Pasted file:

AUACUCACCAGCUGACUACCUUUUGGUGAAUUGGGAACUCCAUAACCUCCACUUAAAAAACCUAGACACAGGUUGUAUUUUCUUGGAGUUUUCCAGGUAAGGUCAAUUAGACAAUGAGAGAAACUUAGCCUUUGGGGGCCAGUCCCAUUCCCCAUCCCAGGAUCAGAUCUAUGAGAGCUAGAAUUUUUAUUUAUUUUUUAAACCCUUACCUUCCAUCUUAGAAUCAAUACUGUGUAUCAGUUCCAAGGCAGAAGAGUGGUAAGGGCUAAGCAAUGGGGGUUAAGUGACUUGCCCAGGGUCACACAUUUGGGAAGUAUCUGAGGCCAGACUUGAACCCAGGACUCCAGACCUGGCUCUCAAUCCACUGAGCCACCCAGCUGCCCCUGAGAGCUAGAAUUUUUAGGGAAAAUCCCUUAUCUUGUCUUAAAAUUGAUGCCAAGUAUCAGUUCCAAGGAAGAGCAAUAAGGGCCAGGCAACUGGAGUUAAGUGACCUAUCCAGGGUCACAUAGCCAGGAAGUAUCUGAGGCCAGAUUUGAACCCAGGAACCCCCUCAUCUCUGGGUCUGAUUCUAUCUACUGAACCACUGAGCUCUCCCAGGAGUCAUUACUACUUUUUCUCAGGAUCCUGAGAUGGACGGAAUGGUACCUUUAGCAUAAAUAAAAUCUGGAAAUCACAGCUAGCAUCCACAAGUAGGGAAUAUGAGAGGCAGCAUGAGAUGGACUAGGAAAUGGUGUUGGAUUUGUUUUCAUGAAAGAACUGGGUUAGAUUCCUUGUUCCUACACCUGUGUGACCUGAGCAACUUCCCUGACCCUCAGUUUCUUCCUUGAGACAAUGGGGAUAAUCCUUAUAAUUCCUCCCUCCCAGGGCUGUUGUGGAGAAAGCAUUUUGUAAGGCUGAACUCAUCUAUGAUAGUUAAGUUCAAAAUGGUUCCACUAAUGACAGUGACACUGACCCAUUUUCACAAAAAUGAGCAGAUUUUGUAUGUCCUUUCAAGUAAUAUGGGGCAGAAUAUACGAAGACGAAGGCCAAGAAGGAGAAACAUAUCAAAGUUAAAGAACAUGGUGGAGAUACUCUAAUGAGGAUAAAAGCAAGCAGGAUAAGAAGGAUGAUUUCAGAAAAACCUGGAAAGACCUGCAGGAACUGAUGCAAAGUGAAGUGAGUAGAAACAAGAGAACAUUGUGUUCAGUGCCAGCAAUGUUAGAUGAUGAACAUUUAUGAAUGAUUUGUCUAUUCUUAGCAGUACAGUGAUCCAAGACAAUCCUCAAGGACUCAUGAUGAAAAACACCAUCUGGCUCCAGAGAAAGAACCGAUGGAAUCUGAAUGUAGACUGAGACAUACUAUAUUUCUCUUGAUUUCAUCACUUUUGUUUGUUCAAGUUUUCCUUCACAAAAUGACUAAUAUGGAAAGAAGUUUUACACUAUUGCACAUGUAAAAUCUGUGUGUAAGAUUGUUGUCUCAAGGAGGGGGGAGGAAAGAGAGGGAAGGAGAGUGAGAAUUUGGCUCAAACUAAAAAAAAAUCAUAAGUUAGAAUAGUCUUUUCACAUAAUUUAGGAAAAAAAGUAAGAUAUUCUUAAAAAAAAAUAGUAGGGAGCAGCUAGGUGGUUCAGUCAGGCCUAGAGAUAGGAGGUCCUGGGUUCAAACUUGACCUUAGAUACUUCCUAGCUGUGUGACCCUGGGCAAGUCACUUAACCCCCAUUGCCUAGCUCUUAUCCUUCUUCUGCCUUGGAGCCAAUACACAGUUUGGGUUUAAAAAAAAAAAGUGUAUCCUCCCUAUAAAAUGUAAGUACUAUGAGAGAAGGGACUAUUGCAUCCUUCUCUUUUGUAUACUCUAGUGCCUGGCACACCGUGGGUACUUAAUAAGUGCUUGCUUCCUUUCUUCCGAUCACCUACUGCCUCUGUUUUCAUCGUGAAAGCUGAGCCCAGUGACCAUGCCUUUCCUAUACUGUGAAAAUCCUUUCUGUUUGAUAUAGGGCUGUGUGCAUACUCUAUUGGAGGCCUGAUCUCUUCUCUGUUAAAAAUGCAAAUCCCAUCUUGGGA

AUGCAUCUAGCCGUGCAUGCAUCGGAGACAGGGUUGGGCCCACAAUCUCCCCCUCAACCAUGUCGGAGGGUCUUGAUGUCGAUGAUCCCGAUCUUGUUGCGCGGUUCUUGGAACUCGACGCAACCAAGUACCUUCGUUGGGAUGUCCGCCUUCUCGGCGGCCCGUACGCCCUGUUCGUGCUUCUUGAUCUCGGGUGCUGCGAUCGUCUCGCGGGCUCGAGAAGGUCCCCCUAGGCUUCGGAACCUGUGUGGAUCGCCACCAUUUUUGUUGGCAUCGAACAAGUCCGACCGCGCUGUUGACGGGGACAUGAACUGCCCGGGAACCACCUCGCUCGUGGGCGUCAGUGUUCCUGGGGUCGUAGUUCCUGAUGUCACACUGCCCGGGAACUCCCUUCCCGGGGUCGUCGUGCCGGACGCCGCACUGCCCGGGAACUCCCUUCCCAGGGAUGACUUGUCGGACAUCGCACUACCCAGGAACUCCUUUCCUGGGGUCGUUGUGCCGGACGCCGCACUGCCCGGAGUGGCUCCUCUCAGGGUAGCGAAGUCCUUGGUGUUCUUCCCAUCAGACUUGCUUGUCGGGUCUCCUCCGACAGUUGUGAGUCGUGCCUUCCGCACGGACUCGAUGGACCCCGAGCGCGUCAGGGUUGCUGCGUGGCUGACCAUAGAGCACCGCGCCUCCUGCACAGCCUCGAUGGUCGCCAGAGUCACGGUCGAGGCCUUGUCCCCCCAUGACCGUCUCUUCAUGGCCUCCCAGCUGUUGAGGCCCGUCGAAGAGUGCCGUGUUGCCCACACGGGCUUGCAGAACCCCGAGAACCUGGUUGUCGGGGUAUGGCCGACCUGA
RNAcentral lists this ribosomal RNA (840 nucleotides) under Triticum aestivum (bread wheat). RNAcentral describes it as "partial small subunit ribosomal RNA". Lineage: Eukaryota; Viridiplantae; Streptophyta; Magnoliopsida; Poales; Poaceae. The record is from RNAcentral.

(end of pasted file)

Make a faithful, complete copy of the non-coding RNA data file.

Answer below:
AUACUCACCAGCUGACUACCUUUUGGUGAAUUGGGAACUCCAUAACCUCCACUUAAAAAACCUAGACACAGGUUGUAUUUUCUUGGAGUUUUCCAGGUAAGGUCAAUUAGACAAUGAGAGAAACUUAGCCUUUGGGGGCCAGUCCCAUUCCCCAUCCCAGGAUCAGAUCUAUGAGAGCUAGAAUUUUUAUUUAUUUUUUAAACCCUUACCUUCCAUCUUAGAAUCAAUACUGUGUAUCAGUUCCAAGGCAGAAGAGUGGUAAGGGCUAAGCAAUGGGGGUUAAGUGACUUGCCCAGGGUCACACAUUUGGGAAGUAUCUGAGGCCAGACUUGAACCCAGGACUCCAGACCUGGCUCUCAAUCCACUGAGCCACCCAGCUGCCCCUGAGAGCUAGAAUUUUUAGGGAAAAUCCCUUAUCUUGUCUUAAAAUUGAUGCCAAGUAUCAGUUCCAAGGAAGAGCAAUAAGGGCCAGGCAACUGGAGUUAAGUGACCUAUCCAGGGUCACAUAGCCAGGAAGUAUCUGAGGCCAGAUUUGAACCCAGGAACCCCCUCAUCUCUGGGUCUGAUUCUAUCUACUGAACCACUGAGCUCUCCCAGGAGUCAUUACUACUUUUUCUCAGGAUCCUGAGAUGGACGGAAUGGUACCUUUAGCAUAAAUAAAAUCUGGAAAUCACAGCUAGCAUCCACAAGUAGGGAAUAUGAGAGGCAGCAUGAGAUGGACUAGGAAAUGGUGUUGGAUUUGUUUUCAUGAAAGAACUGGGUUAGAUUCCUUGUUCCUACACCUGUGUGACCUGAGCAACUUCCCUGACCCUCAGUUUCUUCCUUGAGACAAUGGGGAUAAUCCUUAUAAUUCCUCCCUCCCAGGGCUGUUGUGGAGAAAGCAUUUUGUAAGGCUGAACUCAUCUAUGAUAGUUAAGUUCAAAAUGGUUCCACUAAUGACAGUGACACUGACCCAUUUUCACAAAAAUGAGCAGAUUUUGUAUGUCCUUUCAAGUAAUAUGGGGCAGAAUAUACGAAGACGAAGGCCAAGAAGGAGAAACAUAUCAAAGUUAAAGAACAUGGUGGAGAUACUCUAAUGAGGAUAAAAGCAAGCAGGAUAAGAAGGAUGAUUUCAGAAAAACCUGGAAAGACCUGCAGGAACUGAUGCAAAGUGAAGUGAGUAGAAACAAGAGAACAUUGUGUUCAGUGCCAGCAAUGUUAGAUGAUGAACAUUUAUGAAUGAUUUGUCUAUUCUUAGCAGUACAGUGAUCCAAGACAAUCCUCAAGGACUCAUGAUGAAAAACACCAUCUGGCUCCAGAGAAAGAACCGAUGGAAUCUGAAUGUAGACUGAGACAUACUAUAUUUCUCUUGAUUUCAUCACUUUUGUUUGUUCAAGUUUUCCUUCACAAAAUGACUAAUAUGGAAAGAAGUUUUACACUAUUGCACAUGUAAAAUCUGUGUGUAAGAUUGUUGUCUCAAGGAGGGGGGAGGAAAGAGAGGGAAGGAGAGUGAGAAUUUGGCUCAAACUAAAAAAAAAUCAUAAGUUAGAAUAGUCUUUUCACAUAAUUUAGGAAAAAAAGUAAGAUAUUCUUAAAAAAAAAUAGUAGGGAGCAGCUAGGUGGUUCAGUCAGGCCUAGAGAUAGGAGGUCCUGGGUUCAAACUUGACCUUAGAUACUUCCUAGCUGUGUGACCCUGGGCAAGUCACUUAACCCCCAUUGCCUAGCUCUUAUCCUUCUUCUGCCUUGGAGCCAAUACACAGUUUGGGUUUAAAAAAAAAAAGUGUAUCCUCCCUAUAAAAUGUAAGUACUAUGAGAGAAGGGACUAUUGCAUCCUUCUCUUUUGUAUACUCUAGUGCCUGGCACACCGUGGGUACUUAAUAAGUGCUUGCUUCCUUUCUUCCGAUCACCUACUGCCUCUGUUUUCAUCGUGAAAGCUGAGCCCAGUGACCAUGCCUUUCCUAUACUGUGAAAAUCCUUUCUGUUUGAUAUAGGGCUGUGUGCAUACUCUAUUGGAGGCCUGAUCUCUUCUCUGUUAAAAAUGCAAAUCCCAUCUUGGGA

AUGCAUCUAGCCGUGCAUGCAUCGGAGACAGGGUUGGGCCCACAAUCUCCCCCUCAACCAUGUCGGAGGGUCUUGAUGUCGAUGAUCCCGAUCUUGUUGCGCGGUUCUUGGAACUCGACGCAACCAAGUACCUUCGUUGGGAUGUCCGCCUUCUCGGCGGCCCGUACGCCCUGUUCGUGCUUCUUGAUCUCGGGUGCUGCGAUCGUCUCGCGGGCUCGAGAAGGUCCCCCUAGGCUUCGGAACCUGUGUGGAUCGCCACCAUUUUUGUUGGCAUCGAACAAGUCCGACCGCGCUGUUGACGGGGACAUGAACUGCCCGGGAACCACCUCGCUCGUGGGCGUCAGUGUUCCUGGGGUCGUAGUUCCUGAUGUCACACUGCCCGGGAACUCCCUUCCCGGGGUCGUCGUGCCGGACGCCGCACUGCCCGGGAACUCCCUUCCCAGGGAUGACUUGUCGGACAUCGCACUACCCAGGAACUCCUUUCCUGGGGUCGUUGUGCCGGACGCCGCACUGCCCGGAGUGGCUCCUCUCAGGGUAGCGAAGUCCUUGGUGUUCUUCCCAUCAGACUUGCUUGUCGGGUCUCCUCCGACAGUUGUGAGUCGUGCCUUCCGCACGGACUCGAUGGACCCCGAGCGCGUCAGGGUUGCUGCGUGGCUGACCAUAGAGCACCGCGCCUCCUGCACAGCCUCGAUGGUCGCCAGAGUCACGGUCGAGGCCUUGUCCCCCCAUGACCGUCUCUUCAUGGCCUCCCAGCUGUUGAGGCCCGUCGAAGAGUGCCGUGUUGCCCACACGGGCUUGCAGAACCCCGAGAACCUGGUUGUCGGGGUAUGGCCGACCUGA
RNAcentral lists this ribosomal RNA (840 nucleotides) under Triticum aestivum (bread wheat). RNAcentral describes it as "partial small subunit ribosomal RNA". Lineage: Eukaryota; Viridiplantae; Streptophyta; Magnoliopsida; Poales; Poaceae. The record is from RNAcentral.